Did you see the latest report on organic search trends by BrightEdge Research? For those who want to attract more traffic on their websites, it’s an essential guide that gives them direction.
One particular detail caught everyone’s interest: “organic search remains the dominant source of trackable web traffic and the largest digital channel.”
Lately, we’ve been seeing trends in influencer marketing, conversational marketing, pansexual marketing, realistic marketing, and all kinds of techniques that made us question the relevance of SEO.
Let’s answer that question right from the start: yes, SEO is still important. It might not be the highlight that digital marketers mention nowadays. When responding to surveys, they want us to think that they are mostly focused on building connections and developing trust with their audience. But they are still using keywords and writing SEO content.
Technical SEO, in particular, is very important when you’re trying to rank on the first page of Google’s results.
The search engine has been increasingly investing in its attempt to provide a great user experience. The goal is to deliver relevant and accurate results to its user. Your goal is to prove that your site has such relevant and accurate information. To achieve it, you have to think like a Google bot.
What Is Googlebot?
Google gives us a straightforward definition: “it’s the generic name for Google’s web crawler.”
When you publish a new page, two types of search bots will index it: one of them is a mobile crawler that acts like a smartphone or a tablet user, and the other one acts as a desktop user.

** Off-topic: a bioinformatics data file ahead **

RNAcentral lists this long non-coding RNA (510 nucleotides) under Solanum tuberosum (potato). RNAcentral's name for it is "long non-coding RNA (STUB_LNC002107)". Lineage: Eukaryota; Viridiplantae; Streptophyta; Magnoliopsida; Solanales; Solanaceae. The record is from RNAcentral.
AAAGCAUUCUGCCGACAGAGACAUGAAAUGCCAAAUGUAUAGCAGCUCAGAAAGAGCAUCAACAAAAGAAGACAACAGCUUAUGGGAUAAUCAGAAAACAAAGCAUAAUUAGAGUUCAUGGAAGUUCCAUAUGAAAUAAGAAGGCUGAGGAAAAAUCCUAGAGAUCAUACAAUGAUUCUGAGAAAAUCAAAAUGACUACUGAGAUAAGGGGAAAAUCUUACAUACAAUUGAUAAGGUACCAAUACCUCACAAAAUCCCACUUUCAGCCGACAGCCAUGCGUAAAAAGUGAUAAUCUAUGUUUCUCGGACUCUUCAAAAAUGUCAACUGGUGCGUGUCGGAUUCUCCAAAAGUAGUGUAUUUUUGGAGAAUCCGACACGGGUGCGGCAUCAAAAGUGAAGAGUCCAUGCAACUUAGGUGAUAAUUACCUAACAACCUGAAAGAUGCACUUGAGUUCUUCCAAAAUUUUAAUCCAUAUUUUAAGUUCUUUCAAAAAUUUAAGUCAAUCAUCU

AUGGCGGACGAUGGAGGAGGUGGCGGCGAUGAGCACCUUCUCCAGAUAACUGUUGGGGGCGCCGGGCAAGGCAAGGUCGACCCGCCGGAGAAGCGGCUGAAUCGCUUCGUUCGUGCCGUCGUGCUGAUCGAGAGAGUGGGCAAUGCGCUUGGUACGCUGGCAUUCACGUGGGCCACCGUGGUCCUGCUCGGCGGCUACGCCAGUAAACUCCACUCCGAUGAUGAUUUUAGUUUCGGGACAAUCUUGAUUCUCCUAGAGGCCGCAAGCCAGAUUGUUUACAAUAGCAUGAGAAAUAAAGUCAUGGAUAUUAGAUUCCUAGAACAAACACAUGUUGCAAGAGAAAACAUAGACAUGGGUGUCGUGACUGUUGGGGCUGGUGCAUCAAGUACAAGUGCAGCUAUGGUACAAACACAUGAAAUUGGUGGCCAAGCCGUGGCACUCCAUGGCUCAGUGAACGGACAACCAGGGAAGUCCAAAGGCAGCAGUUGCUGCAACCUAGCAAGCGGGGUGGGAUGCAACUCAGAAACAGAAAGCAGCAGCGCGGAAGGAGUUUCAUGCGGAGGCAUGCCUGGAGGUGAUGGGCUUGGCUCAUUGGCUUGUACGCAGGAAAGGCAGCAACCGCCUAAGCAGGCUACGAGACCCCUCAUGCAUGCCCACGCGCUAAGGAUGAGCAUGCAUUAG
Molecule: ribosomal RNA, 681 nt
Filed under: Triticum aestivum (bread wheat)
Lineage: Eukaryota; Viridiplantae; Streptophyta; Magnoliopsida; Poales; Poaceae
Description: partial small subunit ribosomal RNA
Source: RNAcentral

What’s the point? These crawlers want to see what your page contains, so they will tell the search engine’s servers how to rank it. They will register the technical SEO elements on that page, and they will follow links to bring information together.
Imagine these crawlers as librarians, who keep going through the ever-growing library of books (web pages). They help the servers to index these pages, so when someone comes to the library looking for specific information, they will get the best possible resources.
How do Search Engines Perform Website Indexation?
Before you can figure out how to communicate with the crawlers at your site, you need the answer to an important question: how do search engines work?
Google’s goal is to provide its users with direct answers to their queries. Its crawlers collect information from all kinds of sources, including: web pages, public databases, online books, user-submitted content, and more. Crawling is the process of discovering new pages, which appear by the second on the web.
When you publish a new page, Google’s bots will crawl it to see what it’s all about. They will index the page through a program named “web crawler.” This program will index the page by making its copy and attaching it URL to it. Then, the Googlebot will follow all the links that you included in this page.
That’s why it’s important to link to high-authority websites. Linking to internal resources is also important, since it helps with the authority of your own site. As the bot is checking these links and the links on those pages, it will build a large index of pages.
You can block Googlebot from indexing a certain page by using the “noindex” meta tag. You may want to do this with duplicate pages, terms and condition pages, admin pages, and pages that don’t add much value to your website.